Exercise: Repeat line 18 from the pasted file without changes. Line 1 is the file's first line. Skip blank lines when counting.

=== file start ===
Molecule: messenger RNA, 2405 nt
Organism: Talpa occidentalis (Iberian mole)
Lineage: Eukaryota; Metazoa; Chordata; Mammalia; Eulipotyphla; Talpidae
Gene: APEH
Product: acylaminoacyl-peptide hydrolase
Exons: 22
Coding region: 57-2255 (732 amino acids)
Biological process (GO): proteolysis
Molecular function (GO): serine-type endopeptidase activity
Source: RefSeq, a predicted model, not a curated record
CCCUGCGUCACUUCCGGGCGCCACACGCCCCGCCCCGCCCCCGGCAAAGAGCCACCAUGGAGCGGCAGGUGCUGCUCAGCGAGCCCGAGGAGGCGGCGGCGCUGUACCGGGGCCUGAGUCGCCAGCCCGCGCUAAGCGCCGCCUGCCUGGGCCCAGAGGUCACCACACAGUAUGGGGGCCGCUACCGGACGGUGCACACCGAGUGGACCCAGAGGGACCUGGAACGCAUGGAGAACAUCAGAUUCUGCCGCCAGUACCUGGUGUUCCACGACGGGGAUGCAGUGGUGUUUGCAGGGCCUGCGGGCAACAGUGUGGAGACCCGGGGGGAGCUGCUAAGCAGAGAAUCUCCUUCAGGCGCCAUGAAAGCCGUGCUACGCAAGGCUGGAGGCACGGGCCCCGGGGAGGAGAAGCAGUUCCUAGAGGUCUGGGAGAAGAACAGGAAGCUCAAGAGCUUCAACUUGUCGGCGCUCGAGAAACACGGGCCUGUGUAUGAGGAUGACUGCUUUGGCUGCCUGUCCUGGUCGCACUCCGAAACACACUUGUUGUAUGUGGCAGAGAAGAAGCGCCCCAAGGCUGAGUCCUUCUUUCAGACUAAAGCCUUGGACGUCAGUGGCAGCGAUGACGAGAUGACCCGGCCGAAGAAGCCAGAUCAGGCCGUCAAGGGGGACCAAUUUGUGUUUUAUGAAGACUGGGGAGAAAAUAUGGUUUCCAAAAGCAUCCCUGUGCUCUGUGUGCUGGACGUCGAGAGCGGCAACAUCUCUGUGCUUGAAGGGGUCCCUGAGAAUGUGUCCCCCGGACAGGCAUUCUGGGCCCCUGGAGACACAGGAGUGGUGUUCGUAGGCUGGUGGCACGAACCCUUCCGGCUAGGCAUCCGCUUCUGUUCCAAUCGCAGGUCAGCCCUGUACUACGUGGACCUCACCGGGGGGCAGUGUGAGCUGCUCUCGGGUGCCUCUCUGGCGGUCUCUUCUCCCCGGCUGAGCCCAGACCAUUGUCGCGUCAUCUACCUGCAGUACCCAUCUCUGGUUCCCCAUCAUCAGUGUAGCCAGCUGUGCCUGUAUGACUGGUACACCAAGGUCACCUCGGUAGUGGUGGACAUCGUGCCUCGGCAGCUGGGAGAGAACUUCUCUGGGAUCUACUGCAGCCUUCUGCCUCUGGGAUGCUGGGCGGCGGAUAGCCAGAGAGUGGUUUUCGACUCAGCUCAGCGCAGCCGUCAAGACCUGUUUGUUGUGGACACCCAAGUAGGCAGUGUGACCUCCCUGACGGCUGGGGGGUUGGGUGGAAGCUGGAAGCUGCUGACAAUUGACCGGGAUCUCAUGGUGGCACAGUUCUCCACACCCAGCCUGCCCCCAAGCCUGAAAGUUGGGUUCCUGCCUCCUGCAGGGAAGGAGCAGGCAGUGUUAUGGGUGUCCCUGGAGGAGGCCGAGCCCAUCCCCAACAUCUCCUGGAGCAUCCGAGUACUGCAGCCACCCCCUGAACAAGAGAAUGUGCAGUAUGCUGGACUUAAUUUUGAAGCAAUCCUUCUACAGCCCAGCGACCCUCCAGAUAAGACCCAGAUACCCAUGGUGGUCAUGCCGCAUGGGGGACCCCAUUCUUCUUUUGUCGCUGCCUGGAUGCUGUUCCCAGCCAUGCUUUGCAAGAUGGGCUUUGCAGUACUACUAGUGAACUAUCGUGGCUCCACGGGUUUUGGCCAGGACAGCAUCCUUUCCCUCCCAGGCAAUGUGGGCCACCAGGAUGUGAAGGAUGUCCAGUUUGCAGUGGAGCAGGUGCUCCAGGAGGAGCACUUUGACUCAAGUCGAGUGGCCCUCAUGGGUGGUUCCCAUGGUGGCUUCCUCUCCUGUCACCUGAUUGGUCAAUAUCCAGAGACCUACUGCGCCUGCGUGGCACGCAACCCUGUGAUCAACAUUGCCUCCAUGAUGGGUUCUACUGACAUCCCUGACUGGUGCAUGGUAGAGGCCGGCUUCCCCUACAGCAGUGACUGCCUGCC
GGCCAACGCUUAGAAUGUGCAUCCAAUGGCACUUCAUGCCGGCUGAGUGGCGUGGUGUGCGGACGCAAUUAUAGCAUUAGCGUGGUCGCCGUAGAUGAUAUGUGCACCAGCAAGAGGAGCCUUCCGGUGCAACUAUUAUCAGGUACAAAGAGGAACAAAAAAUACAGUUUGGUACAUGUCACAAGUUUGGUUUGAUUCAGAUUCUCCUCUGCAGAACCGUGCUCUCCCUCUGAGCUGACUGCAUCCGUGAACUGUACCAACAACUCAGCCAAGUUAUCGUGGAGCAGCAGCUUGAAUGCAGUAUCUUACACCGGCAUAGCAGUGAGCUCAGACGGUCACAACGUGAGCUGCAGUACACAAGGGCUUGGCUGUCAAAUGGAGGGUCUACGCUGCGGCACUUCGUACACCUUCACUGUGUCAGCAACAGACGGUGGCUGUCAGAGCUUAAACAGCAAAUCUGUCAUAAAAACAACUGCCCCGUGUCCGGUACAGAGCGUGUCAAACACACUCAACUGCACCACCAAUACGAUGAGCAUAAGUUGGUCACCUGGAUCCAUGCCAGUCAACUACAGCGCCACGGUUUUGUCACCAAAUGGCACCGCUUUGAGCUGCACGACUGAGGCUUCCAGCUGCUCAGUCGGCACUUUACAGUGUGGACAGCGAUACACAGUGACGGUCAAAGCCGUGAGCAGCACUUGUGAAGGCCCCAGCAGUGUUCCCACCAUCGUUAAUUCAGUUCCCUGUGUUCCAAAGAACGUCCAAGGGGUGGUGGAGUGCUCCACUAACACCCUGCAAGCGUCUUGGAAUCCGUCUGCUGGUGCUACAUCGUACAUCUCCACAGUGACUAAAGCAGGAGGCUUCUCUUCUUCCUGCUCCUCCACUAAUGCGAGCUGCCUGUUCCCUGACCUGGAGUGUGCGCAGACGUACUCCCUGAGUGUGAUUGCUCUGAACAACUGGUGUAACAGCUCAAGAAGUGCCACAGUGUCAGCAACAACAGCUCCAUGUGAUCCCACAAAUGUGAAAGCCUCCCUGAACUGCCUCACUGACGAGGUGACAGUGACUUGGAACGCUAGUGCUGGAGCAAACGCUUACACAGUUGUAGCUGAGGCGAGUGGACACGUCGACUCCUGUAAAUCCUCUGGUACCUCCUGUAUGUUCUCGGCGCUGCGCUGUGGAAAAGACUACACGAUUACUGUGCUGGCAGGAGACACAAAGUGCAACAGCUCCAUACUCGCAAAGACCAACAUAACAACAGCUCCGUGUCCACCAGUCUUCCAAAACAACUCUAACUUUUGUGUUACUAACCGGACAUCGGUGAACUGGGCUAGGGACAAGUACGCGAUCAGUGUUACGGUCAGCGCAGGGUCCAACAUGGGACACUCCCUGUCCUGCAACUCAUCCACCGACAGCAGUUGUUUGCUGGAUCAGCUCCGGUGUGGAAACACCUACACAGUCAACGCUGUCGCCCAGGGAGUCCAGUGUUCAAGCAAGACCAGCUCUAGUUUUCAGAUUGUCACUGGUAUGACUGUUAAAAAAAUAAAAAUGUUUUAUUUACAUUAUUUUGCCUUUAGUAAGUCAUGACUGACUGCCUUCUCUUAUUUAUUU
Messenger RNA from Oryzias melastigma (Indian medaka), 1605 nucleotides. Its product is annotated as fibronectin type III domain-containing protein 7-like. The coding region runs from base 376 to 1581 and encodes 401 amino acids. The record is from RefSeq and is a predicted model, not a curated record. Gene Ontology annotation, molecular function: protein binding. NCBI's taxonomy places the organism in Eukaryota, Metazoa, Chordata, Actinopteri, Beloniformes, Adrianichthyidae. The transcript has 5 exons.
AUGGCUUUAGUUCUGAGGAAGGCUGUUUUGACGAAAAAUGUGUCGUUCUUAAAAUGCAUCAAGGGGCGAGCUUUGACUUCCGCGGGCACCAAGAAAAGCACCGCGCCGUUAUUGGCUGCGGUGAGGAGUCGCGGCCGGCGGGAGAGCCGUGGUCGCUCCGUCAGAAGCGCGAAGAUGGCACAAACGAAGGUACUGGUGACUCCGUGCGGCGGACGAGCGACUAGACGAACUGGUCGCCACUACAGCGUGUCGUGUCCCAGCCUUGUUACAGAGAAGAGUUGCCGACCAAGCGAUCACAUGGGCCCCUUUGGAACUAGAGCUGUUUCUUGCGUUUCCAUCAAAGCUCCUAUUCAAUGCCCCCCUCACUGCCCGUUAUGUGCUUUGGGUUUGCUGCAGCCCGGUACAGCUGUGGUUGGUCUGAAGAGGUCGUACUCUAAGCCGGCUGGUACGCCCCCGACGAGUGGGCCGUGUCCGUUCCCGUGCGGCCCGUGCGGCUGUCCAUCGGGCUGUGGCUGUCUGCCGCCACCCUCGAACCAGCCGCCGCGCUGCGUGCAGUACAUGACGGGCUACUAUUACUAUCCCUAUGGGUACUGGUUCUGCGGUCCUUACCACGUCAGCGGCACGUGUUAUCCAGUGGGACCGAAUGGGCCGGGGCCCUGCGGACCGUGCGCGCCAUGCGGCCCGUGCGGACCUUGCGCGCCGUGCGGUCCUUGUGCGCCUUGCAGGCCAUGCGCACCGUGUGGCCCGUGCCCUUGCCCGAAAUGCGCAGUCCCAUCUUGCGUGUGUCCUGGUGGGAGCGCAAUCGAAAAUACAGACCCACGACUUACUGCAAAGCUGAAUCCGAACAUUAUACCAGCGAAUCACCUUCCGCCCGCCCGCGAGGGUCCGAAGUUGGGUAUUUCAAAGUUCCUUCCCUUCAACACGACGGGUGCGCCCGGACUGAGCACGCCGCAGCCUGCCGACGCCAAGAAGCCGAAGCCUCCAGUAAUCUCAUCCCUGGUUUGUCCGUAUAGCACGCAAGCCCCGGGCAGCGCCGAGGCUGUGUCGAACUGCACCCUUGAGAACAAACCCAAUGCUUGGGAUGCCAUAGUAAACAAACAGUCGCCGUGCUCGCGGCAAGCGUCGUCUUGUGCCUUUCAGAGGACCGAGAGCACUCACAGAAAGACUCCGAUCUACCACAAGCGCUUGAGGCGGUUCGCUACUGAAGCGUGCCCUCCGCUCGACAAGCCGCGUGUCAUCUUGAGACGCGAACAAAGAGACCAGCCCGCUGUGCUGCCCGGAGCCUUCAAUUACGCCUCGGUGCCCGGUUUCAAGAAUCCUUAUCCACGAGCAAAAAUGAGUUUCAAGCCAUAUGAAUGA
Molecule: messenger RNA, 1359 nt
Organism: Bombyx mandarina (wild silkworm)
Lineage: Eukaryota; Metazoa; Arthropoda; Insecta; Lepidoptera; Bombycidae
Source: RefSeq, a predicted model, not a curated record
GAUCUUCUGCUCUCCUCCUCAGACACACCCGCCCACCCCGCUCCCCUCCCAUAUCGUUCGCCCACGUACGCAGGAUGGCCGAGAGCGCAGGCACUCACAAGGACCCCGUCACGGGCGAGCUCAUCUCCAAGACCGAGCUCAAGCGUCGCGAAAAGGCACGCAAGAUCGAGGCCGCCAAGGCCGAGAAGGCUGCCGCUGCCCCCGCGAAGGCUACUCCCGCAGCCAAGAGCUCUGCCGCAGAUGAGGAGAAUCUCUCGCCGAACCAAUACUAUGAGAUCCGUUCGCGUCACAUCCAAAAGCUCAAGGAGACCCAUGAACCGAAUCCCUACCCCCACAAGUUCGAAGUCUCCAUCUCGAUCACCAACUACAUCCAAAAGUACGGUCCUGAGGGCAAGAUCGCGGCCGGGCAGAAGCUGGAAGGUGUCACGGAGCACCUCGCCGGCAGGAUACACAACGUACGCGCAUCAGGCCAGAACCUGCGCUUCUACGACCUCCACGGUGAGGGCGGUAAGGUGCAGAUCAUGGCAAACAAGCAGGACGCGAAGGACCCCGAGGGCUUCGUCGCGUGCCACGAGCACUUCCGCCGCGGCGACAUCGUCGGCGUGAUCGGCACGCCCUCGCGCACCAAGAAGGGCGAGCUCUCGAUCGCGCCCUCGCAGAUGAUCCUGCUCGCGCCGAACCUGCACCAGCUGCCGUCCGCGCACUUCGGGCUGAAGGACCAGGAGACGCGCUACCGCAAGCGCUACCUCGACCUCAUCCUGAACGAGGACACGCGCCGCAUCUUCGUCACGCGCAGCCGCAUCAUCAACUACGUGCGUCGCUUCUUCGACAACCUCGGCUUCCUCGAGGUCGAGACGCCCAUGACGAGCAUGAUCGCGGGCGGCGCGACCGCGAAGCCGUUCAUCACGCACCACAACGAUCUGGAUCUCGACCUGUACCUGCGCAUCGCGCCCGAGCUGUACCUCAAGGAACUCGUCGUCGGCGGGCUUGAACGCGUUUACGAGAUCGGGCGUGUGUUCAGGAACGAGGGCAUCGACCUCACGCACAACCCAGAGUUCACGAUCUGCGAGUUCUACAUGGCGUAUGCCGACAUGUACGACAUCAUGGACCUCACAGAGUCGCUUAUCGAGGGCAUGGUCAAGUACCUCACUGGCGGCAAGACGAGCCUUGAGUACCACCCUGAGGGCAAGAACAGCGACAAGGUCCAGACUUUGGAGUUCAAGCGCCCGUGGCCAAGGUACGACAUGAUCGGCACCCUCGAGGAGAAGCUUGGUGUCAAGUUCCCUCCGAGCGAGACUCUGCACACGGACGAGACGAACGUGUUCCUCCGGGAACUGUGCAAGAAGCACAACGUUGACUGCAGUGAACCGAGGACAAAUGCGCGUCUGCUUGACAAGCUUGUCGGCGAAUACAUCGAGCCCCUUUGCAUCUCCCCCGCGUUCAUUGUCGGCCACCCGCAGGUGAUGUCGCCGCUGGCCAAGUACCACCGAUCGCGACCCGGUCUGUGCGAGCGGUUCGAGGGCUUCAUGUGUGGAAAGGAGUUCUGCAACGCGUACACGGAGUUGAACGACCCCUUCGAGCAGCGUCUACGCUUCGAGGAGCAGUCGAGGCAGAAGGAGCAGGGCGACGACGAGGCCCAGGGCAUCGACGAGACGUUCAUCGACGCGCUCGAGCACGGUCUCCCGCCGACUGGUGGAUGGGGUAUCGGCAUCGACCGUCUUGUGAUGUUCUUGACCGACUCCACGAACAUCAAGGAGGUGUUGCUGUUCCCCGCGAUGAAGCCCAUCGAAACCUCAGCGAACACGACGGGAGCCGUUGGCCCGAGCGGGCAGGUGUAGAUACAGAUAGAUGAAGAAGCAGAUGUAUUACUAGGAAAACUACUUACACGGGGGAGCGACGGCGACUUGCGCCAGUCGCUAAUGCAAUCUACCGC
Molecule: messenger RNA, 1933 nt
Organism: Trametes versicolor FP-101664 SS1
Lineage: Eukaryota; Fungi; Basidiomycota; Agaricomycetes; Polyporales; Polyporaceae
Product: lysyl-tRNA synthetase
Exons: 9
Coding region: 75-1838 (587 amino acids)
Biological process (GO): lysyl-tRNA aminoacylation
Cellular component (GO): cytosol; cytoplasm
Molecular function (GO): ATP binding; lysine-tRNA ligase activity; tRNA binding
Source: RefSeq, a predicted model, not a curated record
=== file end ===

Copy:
Source: RefSeq, a predicted model, not a curated record